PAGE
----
This post originally ran on Moonfrye

On My Watch

The flag was the first thing I noticed. Half-staff and limp on this windless morning.

Mourning as we all were, refusing to wave or stand tall.

Driving into the staff parking lot, this familiar drive I have done countless times, my heart was in my throat.

The kids were pouring into school, running to catch their friends or sneak some playground time before the 8:30 bell. Moms and dads walked along behind them, the familiar march I see most weekdays. A bit more somber than usual, I sensed.

This school is home to me. I started here as a rookie kindergarten parent back in 1999, when my son was 5 years old and school seemed the safest place next to my arms.

Years passed, and both of my kids moved up the ranks from the kindergarten crowd to the upper grades.

I snagged an amazing job working with at-risk kids in small groups, teaching social skills and being someone they could count on to talk about their worries or help them deal with rough times at home.

I love these little ones. So fragile, so trusting and so amazingly resilient.

How will I face them today, when that same fragility that endears them to me now makes them seem so very vulnerable?

As I walk the campus after the bell, I feel like I’m on my watch. Every little thing that seems off is questioned. Doors are locked, gates secured and parents gathered in whispering groups, their eyes full of fear. One of them stops me for a tearful hug, thanking me for what we do.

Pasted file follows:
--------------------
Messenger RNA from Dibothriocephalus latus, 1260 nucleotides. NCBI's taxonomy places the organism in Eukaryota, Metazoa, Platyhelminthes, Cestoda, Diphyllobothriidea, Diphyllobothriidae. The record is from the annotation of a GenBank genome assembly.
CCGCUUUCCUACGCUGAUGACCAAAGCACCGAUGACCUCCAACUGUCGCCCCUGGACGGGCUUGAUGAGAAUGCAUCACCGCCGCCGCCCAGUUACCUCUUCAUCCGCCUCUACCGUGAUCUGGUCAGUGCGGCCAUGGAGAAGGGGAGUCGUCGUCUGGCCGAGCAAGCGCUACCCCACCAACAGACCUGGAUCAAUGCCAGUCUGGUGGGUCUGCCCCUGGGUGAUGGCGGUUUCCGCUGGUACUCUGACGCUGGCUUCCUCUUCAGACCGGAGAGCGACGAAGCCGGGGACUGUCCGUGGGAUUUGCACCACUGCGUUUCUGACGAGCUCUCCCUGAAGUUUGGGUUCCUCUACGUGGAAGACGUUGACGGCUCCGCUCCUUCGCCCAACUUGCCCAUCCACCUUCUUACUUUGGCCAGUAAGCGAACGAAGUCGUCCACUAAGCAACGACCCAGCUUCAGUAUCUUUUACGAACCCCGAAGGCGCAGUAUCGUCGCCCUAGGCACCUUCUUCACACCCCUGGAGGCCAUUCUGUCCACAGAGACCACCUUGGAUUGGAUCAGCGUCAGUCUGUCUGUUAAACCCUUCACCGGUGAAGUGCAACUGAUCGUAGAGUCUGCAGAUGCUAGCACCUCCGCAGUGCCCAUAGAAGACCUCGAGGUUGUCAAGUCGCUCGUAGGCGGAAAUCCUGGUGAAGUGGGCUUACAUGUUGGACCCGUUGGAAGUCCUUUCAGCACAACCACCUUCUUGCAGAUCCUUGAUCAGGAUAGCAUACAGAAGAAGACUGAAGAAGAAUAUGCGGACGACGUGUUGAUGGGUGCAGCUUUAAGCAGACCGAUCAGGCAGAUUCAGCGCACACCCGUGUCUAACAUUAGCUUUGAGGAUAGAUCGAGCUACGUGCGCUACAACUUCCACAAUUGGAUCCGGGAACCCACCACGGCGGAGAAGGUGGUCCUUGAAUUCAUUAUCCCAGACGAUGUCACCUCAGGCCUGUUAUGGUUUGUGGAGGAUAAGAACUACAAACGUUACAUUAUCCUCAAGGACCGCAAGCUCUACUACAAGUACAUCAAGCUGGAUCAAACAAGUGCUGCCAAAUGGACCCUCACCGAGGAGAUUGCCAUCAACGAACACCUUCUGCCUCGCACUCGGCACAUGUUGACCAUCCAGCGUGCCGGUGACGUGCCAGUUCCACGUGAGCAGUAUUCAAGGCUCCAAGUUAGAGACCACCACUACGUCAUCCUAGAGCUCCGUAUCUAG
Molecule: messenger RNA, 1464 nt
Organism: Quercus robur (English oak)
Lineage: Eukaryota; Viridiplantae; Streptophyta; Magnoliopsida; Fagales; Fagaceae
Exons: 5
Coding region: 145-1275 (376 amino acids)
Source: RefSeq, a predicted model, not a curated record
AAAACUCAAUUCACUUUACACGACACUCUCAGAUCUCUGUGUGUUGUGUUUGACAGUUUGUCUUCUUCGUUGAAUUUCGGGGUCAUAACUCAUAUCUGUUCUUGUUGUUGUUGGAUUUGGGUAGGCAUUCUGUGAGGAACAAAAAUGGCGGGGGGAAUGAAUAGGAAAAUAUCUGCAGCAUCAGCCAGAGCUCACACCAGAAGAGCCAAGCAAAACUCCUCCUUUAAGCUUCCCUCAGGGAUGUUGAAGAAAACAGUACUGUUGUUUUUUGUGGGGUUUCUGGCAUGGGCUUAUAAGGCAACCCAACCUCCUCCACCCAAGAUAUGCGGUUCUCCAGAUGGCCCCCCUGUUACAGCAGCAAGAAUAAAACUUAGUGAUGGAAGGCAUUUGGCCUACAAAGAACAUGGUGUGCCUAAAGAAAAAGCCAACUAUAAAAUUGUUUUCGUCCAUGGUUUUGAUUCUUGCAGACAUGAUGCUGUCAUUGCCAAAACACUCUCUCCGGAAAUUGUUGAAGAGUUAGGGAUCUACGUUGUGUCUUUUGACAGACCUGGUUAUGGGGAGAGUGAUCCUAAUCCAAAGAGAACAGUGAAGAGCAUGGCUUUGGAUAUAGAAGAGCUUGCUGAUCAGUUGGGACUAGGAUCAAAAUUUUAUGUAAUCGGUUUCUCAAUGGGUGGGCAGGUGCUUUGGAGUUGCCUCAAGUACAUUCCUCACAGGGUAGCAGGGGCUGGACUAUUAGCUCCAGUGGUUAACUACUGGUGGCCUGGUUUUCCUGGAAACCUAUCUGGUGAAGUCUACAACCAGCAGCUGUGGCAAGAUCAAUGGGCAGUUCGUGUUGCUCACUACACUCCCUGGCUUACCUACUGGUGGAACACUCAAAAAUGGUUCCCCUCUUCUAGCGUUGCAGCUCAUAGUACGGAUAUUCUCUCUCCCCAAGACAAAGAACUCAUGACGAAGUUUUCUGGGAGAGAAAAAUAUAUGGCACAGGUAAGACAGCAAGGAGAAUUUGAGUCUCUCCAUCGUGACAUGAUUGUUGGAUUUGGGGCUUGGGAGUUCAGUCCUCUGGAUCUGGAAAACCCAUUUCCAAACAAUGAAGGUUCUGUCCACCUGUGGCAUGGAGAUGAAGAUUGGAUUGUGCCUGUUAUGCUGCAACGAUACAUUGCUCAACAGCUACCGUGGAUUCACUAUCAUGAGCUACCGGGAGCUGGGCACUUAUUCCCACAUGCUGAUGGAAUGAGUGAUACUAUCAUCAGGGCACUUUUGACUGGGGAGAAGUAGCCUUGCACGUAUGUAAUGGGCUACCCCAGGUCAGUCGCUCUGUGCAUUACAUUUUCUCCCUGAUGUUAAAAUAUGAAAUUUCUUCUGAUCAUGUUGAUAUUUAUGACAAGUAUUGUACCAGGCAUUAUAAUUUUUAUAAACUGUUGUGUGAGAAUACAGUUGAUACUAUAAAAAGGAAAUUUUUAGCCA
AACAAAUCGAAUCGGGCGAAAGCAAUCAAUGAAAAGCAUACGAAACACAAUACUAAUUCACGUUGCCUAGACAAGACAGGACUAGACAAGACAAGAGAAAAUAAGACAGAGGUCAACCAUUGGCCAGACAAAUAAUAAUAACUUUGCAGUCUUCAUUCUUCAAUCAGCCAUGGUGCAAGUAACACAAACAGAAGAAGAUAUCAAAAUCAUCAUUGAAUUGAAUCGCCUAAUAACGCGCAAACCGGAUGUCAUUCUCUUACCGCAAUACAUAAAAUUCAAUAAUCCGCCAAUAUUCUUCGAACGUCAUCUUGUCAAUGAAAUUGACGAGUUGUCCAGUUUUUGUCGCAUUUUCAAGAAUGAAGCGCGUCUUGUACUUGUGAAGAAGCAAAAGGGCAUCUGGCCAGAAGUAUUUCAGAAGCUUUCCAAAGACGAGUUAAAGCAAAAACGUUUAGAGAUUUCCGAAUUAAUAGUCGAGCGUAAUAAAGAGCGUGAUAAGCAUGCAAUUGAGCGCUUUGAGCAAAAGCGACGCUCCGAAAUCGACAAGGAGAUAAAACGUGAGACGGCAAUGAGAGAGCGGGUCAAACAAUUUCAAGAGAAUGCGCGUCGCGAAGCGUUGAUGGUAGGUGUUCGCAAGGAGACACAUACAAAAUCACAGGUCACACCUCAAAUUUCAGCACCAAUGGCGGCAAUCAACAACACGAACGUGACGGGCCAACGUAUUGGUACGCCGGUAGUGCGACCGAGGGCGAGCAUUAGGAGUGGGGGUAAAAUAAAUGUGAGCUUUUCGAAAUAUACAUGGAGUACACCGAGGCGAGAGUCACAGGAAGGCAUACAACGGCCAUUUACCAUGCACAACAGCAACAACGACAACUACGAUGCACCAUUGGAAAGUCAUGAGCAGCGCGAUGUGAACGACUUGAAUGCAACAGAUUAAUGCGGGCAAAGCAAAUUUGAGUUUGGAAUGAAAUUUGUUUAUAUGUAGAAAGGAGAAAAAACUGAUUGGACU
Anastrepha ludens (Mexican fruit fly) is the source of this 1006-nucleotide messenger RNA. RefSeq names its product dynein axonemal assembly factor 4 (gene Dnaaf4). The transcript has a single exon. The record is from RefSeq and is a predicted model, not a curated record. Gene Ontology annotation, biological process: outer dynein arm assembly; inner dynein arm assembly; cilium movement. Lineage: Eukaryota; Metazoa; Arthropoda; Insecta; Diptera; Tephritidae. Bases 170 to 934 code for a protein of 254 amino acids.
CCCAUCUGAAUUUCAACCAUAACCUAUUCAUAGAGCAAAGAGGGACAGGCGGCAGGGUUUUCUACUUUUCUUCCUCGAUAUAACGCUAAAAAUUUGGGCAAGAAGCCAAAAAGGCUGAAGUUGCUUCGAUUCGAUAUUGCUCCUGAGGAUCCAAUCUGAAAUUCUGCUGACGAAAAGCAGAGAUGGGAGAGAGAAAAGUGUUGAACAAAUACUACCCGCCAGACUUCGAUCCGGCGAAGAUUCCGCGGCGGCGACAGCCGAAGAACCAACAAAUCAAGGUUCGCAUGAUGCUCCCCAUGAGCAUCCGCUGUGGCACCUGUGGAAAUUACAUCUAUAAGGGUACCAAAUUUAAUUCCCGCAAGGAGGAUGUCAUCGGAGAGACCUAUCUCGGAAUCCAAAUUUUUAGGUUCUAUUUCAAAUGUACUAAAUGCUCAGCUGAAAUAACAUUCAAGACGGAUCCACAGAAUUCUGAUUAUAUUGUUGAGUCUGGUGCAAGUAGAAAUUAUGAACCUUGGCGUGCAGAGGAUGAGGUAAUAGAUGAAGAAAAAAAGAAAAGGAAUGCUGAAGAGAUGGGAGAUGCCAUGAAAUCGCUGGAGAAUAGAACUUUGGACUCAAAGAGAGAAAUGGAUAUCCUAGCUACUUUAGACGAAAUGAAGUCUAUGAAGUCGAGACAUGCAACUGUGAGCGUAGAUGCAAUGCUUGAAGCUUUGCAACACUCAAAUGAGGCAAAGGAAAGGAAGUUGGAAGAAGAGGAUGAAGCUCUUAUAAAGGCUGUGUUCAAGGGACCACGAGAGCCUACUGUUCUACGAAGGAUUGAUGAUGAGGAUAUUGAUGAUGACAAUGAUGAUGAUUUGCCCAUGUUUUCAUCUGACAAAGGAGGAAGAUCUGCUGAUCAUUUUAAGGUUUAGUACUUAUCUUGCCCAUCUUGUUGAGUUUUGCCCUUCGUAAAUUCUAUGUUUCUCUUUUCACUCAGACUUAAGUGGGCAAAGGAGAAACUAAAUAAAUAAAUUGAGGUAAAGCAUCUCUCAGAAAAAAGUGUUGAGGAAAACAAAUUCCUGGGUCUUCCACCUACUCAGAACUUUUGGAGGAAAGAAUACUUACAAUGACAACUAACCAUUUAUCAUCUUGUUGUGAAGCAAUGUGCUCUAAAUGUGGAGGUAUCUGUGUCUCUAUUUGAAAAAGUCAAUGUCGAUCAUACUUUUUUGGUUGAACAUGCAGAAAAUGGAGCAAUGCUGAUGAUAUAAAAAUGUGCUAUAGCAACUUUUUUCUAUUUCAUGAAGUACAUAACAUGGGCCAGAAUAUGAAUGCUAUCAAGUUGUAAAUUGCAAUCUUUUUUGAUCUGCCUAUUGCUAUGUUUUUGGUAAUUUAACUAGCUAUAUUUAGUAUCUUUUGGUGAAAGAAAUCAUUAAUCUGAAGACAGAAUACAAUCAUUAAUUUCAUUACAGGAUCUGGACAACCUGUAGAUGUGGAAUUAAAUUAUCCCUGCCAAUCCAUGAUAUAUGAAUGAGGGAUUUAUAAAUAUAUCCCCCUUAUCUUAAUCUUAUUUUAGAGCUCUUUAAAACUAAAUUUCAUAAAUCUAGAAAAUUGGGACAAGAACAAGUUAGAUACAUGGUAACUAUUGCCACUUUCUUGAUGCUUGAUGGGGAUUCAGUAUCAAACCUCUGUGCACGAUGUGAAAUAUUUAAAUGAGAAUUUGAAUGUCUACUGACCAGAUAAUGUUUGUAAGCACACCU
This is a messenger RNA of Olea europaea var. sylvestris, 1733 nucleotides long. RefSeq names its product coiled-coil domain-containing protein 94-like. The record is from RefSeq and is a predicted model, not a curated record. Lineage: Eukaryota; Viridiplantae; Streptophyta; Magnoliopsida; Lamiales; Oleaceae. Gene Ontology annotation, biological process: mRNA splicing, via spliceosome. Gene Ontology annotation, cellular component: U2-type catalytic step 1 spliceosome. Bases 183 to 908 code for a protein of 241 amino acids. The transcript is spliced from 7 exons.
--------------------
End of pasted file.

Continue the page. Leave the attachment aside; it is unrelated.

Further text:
It reminds me of September 11, when the nation’s eyes were glued to the television and our whole world changed. Our feeling of safety stripped from us as if we were no longer entitled to it. I still sent my kids to school that morning. Many did not, but I felt the intense need to move forward, to make it right.

To make my children believe that there is good and fairness and safety in our world.

How do we do that now?

I pick up my first little group — three adorable, full-of-life little kindergarten girls — and we laugh, we sing, we compare shoes and we learn about taking turns.

They are blissfully unaware that their parents had to make a choice this day. A choice to send them to school and to let them live without fear or worry. To trust that the adults in charge are doing everything they can to keep them safe. A choice to keep their lives normal during all of this chaos.